Franz Josef Strauss, the Bavarian state premier renowned in West Germany for his strident criticism of Communist states, became one of detente's most unusual converts by meeting today with East German leader Erich Honecker.

Strauss, who is on a private trip through Poland, East Germany and Czechoslovakia, joked and laughed with Honecker in front of photographers before the two men withdrew for private discussions at an old Prussian hunting lodge 35 miles north of Berlin.

Following the talks, Strauss told reporters he was convinced that the prospective deployment of new nuclear missiles in West Germany later this year would not adversely affect relations between the two states.

But Honecker was quoted by the official East German news agency as warning that the U.S.-built missiles could have a negative effect not only on West German interests but also on relations between the two Germanys.

Strauss' encounter with Honecker and his tour through Eastern Europe represent the latest signs of his startling conversion from cold war rhetoric to a desire to nurture more pragmatic contacts with Warsaw Pact countries.

Only three months ago, Strauss angrily denounced the East Germans as "murderers" after a West German citizen died of a heart attack while being questioned by East German border guards.

On June 30, four days before Chancellor Helmut Kohl visited Moscow, the Bonn government announced that it would guarantee a $400 million credit to East Germany.

The loan was the largest ever offered by West German banks to East Germany and was perceived as a shrewd gesture to insulate relations between the two Germanys from more turbulent East-West tensions if Geneva arms talks fail to prevent deployment of new nuclear missiles later this year.

Following Kohl's return from the Soviet Union, Strauss revealed that he had engineered the loan by arranging the terms with East German officials and persuading Bavarian banks to serve as the prime sources of the money.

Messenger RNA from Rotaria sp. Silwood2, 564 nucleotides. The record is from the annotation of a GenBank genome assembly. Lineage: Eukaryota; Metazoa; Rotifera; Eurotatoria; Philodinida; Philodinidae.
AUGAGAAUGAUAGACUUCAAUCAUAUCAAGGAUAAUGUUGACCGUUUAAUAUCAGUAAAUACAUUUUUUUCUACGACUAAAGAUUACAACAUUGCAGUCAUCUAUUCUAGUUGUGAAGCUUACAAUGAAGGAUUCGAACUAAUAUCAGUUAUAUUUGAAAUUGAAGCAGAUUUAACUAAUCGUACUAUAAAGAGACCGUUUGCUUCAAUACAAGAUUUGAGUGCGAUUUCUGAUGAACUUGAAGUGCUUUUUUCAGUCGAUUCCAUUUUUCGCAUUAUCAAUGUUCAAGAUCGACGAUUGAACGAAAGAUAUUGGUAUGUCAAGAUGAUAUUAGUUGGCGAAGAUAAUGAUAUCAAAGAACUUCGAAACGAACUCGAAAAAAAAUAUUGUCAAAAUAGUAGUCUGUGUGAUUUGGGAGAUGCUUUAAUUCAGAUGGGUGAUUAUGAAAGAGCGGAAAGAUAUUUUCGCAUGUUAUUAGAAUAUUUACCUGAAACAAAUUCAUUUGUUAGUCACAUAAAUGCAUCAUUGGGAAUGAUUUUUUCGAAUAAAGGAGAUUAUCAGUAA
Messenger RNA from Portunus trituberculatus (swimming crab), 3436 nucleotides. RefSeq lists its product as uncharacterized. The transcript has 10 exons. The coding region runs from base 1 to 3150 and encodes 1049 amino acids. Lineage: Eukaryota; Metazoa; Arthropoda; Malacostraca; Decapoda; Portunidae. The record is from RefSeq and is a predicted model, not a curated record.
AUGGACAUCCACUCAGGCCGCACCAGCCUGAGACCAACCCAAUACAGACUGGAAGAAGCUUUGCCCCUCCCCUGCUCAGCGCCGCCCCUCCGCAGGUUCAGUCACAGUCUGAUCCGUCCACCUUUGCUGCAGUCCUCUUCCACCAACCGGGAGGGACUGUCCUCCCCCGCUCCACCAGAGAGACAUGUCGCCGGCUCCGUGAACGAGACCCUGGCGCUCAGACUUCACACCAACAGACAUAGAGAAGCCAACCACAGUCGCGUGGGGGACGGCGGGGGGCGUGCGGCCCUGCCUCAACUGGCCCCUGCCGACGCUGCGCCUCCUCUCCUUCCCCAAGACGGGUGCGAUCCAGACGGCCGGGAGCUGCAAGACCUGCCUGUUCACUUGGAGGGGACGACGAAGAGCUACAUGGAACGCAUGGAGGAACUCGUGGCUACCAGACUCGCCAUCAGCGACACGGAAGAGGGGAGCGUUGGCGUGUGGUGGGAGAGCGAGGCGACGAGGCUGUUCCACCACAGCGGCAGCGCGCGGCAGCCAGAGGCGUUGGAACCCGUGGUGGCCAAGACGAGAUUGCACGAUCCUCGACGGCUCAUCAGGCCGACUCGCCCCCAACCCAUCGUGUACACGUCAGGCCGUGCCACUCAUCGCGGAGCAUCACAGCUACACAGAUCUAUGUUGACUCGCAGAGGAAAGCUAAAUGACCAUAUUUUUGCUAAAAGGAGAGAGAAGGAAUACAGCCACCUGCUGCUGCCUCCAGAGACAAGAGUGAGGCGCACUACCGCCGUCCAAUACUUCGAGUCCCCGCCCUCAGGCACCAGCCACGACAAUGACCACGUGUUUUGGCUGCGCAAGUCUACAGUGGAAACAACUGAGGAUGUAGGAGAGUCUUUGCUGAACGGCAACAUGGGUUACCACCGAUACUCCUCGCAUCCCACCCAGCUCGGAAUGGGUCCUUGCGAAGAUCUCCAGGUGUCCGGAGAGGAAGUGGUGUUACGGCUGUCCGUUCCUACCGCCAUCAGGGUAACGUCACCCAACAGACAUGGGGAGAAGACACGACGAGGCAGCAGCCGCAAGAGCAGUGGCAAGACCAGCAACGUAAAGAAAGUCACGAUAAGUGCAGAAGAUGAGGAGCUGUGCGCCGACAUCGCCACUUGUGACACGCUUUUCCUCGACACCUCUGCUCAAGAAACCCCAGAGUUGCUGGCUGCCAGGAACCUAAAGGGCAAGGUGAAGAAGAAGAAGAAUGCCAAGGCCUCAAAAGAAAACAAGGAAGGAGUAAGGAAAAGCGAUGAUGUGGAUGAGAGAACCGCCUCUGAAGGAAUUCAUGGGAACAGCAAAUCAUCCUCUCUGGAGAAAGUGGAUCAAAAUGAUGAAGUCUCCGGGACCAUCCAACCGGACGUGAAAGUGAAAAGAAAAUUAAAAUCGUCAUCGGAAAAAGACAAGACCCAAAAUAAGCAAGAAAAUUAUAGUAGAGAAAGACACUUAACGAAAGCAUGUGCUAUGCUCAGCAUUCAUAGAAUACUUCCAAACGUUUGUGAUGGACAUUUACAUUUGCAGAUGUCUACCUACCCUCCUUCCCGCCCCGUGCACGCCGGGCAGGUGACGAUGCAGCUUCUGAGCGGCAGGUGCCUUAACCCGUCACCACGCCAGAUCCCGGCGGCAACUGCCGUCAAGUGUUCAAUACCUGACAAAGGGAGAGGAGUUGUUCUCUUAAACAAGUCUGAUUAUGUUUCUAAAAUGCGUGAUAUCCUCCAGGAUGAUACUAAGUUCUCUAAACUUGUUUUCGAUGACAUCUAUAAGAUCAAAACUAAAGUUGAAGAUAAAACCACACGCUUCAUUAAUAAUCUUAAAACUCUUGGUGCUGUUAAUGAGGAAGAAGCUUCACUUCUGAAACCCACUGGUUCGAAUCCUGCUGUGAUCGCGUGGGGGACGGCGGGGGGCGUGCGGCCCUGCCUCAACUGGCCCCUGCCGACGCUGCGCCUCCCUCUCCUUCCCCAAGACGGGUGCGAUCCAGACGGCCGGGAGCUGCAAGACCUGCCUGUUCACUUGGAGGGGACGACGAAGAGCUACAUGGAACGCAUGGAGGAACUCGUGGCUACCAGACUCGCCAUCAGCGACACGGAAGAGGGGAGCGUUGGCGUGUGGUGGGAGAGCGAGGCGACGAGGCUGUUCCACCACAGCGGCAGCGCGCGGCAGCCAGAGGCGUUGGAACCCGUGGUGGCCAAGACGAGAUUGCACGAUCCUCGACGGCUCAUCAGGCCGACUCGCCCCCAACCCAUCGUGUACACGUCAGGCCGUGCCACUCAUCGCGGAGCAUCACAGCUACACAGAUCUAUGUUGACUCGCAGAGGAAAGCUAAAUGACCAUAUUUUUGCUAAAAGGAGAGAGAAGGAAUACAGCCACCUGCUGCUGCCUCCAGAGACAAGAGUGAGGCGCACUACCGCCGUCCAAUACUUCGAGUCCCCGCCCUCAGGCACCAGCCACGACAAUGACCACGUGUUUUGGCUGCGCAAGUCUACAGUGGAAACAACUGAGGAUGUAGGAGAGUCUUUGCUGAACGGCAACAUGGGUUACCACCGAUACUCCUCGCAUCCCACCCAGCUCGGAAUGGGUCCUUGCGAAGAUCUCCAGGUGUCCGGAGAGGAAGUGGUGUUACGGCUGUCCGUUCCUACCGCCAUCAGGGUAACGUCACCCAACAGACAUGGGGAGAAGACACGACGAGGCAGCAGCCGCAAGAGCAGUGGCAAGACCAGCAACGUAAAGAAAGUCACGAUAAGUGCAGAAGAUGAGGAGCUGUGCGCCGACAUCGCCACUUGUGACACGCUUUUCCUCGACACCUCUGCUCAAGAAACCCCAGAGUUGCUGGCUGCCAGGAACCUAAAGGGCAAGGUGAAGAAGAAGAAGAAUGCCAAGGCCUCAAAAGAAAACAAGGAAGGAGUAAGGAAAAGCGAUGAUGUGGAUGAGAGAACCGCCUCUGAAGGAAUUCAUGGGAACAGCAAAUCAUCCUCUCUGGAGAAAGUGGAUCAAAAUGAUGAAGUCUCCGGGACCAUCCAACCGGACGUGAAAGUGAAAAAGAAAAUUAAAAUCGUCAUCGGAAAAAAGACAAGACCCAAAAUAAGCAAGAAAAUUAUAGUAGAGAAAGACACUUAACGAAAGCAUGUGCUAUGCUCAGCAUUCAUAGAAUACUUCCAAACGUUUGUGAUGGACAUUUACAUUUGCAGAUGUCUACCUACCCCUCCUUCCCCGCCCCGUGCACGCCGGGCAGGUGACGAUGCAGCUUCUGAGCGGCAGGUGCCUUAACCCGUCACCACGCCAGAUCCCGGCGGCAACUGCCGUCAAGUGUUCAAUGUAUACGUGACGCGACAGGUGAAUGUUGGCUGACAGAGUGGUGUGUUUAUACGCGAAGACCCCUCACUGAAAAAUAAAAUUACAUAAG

The news stunned right-wing supporters in Strauss' Christian Social Union, the Bavarian sister party of Kohl's Christian Democratic Union. Some irate members called for his immediate resignation as party leader.

Strauss, however, seemed to relish the controversy he had generated and twitted reporters for casting him as a rigid conservative.

"I can change corners faster than your eyes can follow," he said with a grin. "I don't stand on principle when I have strong convictions."

While in Poland, Strauss told an interviewer that the end of martial law there and the passage of new legal restrictions were "a step in the right direction."

He also said that the time has come for the Bonn government to cease subsidizing food parcels sent to Poland.

Chancellor Helmut Kohl, however, seems to have reaped the greatest political dividends from Strauss' remarkable change in behavior.

Kohl has been eager to find ways to protect inter-German relations from the anticipated troubles in East-West relations caused by the likely deployment of new intermediate-range missiles in West Germany, Britain and Italy beginning in December.

By announcing the loan just before his trip to Moscow, Kohl demonstrated that West Germany's economic strength remains a vital crutch for East Germany, which, like other Soviet Bloc countries, suffers from a shortage of hard currency to service foreign debts and pay for necessary imports.

By encouraging Strauss to take the leading role in establishing the loan and meeting with Honecker, Kohl successfully shielded his flank from a barrage of right-wing criticism within his party.

Strauss has admitted that the loan was granted without any assurances of concessions from East Germany. In the past, Strauss denounced the practice of unilateral loans to the East carried out under former chancellor Helmut Schmidt's government as "utter stupidity."

As an opposition leader, Strauss often argued that West Germany should sever its financial aid unless East Germany reduced the sum of 25 marks ($10) per day that each West German must exchange when traveling to the East.

The rates have become prohibitive for many West Berlin pensioners.

After his meeting today with Honecker, Strauss called the minimum exchange requirement "an onerous measure" but gave no indication whether the East Germans were now willing to reduce the amount.